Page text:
Speculation will continue to swirl about the Angels being in the market for a veteran first baseman thanks to Kendry Morales’ broken ankle, but for now Mike Scioscia is giving career-long catcher Mike Napoli a shot to grab hold of the position:
Mike’s going to get a lot of looks at first. We have some depth at the catching position which is going to let us use his versatility at first and contribute offensively. We’ll probably mix in some other guys, but we’ll try to keep his bat in the lineup.
Napoli hadn’t played a single inning at first base in the majors prior to Morales’ injury, but Jeff Mathis coming off the disabled list yesterday frees him up to move out from behind the plate.
Napoli admitted that moving to first base “felt a little strange” initially, but he’s by far the Angels’ best option offensively and did play there some in the minors. In fact, this could be Napoli’s best chance at everyday playing time, as Scioscia has often gone with Mathis’ glove over his bat when choosing his starting catcher.
Napoli has a lifetime .848 OPS, which is above average for big-league first basemen, and he’s averaged 30 homers per 500 at-bats for his career. Assuming he can be somewhat passable defensively, Napoli is very capable of giving the Angels the same type of production they’d get from a midseason pickup like Paul Konerko.
Following the Astros’ decisive 4-0 shutout over the Yankees on Saturday night, the team crowned ace Justin Verlander the Most Valuable Player of the American League Championship Series. Hall of Fame outfielder and former MLB manager Frank Robinson handed the award to Verlander, who was beaming as he thanked his teammates and members of the Astros’ organization.
“I’ve got to say, it came down to the wire, and one thing kept going off in my head was Dallas,” Verlander told the crowd gathered at Minute Maid Park. “When he called me, he said that I won’t regret my decision to join the Houston Astros. And here we are right now, it’s the best feeling in the world. We’ve got four more wins to win a World Series, and I do not regret my decision to come here. This is the best feeling a player can have. So, thank you.”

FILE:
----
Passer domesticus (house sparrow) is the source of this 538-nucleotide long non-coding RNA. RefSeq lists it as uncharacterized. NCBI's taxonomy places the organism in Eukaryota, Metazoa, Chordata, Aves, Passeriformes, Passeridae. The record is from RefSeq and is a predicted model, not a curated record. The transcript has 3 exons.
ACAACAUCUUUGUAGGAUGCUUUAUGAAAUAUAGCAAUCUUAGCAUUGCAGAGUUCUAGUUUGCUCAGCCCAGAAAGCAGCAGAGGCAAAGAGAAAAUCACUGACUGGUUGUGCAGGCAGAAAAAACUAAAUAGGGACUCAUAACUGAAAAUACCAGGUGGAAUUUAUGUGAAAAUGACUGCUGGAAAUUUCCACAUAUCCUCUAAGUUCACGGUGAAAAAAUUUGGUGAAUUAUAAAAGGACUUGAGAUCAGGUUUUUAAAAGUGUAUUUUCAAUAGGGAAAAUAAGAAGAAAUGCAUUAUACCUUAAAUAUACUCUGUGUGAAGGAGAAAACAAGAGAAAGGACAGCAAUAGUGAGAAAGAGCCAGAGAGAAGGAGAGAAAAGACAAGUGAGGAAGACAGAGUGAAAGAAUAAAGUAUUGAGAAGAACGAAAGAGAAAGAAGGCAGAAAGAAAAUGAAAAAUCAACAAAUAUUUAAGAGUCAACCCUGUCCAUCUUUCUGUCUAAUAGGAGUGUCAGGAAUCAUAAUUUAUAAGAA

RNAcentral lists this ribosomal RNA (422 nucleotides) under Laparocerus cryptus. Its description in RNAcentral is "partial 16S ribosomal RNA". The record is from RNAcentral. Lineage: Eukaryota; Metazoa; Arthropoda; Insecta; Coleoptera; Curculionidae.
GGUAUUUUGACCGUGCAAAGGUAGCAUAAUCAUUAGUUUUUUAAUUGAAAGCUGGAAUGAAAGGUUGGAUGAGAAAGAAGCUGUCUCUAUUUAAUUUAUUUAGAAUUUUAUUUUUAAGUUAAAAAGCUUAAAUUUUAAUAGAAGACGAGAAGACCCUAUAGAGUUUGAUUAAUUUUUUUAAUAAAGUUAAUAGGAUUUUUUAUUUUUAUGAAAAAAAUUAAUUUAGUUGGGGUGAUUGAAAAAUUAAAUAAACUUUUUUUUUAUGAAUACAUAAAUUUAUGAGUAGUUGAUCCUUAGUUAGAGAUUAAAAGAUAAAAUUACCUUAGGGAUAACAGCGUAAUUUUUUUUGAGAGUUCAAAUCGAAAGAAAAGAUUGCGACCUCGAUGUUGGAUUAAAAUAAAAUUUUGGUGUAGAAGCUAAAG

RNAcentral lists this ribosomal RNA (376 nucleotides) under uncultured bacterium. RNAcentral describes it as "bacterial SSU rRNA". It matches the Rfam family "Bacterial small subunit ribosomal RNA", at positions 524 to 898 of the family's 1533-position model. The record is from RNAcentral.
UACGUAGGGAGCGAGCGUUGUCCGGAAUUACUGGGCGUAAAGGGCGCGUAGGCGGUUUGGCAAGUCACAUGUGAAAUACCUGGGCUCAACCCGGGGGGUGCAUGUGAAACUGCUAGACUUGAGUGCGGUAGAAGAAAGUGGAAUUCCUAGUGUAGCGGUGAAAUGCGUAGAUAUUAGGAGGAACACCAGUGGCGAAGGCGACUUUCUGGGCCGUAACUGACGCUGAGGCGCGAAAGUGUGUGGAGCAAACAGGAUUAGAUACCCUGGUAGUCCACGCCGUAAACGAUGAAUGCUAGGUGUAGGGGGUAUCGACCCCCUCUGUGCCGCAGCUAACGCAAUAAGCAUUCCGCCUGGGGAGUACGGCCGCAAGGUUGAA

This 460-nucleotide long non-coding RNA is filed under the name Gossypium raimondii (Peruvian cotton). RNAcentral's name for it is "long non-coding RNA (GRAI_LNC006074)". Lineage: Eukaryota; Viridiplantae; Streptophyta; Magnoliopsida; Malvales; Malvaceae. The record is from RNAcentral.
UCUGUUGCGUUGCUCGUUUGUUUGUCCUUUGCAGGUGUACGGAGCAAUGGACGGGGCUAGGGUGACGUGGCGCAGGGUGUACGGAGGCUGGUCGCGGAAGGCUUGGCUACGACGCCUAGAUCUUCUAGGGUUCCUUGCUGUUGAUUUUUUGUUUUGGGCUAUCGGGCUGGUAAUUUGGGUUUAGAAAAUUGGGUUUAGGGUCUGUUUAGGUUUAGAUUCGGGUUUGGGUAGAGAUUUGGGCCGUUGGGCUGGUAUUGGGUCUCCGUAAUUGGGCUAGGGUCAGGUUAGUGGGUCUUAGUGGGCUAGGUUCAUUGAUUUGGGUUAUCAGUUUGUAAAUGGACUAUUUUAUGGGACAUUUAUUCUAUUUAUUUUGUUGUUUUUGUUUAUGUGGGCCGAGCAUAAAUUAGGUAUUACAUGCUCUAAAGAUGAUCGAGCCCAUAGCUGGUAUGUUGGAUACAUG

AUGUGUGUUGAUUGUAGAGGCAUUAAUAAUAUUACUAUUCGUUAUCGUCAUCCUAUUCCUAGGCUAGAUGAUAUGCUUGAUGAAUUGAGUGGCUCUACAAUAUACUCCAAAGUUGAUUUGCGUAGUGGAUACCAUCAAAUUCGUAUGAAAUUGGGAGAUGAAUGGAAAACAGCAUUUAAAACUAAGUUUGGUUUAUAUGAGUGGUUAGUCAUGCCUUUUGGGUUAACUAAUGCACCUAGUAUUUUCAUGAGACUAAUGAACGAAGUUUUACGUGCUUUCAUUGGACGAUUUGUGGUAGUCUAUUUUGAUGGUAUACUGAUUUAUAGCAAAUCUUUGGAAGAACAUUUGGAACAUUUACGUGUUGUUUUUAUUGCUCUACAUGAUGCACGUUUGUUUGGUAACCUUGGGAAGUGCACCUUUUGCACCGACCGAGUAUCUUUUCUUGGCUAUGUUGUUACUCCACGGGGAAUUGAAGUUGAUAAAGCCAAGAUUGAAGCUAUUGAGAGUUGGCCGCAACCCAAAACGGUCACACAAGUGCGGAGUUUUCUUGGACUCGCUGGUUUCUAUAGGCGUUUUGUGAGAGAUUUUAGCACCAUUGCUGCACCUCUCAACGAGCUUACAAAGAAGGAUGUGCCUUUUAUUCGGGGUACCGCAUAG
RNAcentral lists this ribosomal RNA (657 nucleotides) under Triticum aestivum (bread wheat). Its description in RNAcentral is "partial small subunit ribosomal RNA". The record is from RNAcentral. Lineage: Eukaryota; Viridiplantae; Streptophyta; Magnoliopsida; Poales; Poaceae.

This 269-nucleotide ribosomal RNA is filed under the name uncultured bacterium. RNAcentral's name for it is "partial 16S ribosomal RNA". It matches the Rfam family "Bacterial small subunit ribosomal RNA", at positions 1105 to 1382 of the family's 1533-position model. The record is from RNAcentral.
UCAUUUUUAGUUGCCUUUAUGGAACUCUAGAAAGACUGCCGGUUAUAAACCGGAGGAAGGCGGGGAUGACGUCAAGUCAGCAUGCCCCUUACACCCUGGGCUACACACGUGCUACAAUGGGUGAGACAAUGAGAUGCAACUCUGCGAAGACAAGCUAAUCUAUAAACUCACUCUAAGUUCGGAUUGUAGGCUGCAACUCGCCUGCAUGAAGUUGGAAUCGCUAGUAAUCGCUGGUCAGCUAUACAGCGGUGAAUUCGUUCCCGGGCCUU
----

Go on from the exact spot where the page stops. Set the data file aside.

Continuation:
Among a cast that boasted the likes of Jose Altuve, Carlos Correa and Dallas Keuchel, among others, Verlander was spectacular. He locked down a complete game win in Game 2, holding the Yankees to one run on five hits and a walk and striking out a postseason-high 13 batters. In Game 6, he saved the Astros from elimination with seven scoreless innings, helping propel the club to their eventual 7-1 finish that set up their series-clinching finale on Saturday.
The 34-year-old righty also took his place among some postseason greats. Thanks to an eight-strikeout outing on Friday night, his collective 136 postseason strikeouts are good for sixth-most in MLB playoff history, just a smidgen shy of Tom Glavine (143), Mike Mussina (145), Roger Clemens (173), Andy Pettitte (183) and John Smoltz (199). He also joined Bob Gibson, Curt Schilling and Sandy Koufax as one of just four hurlers to strike out 20+ Yankees in a postseason series.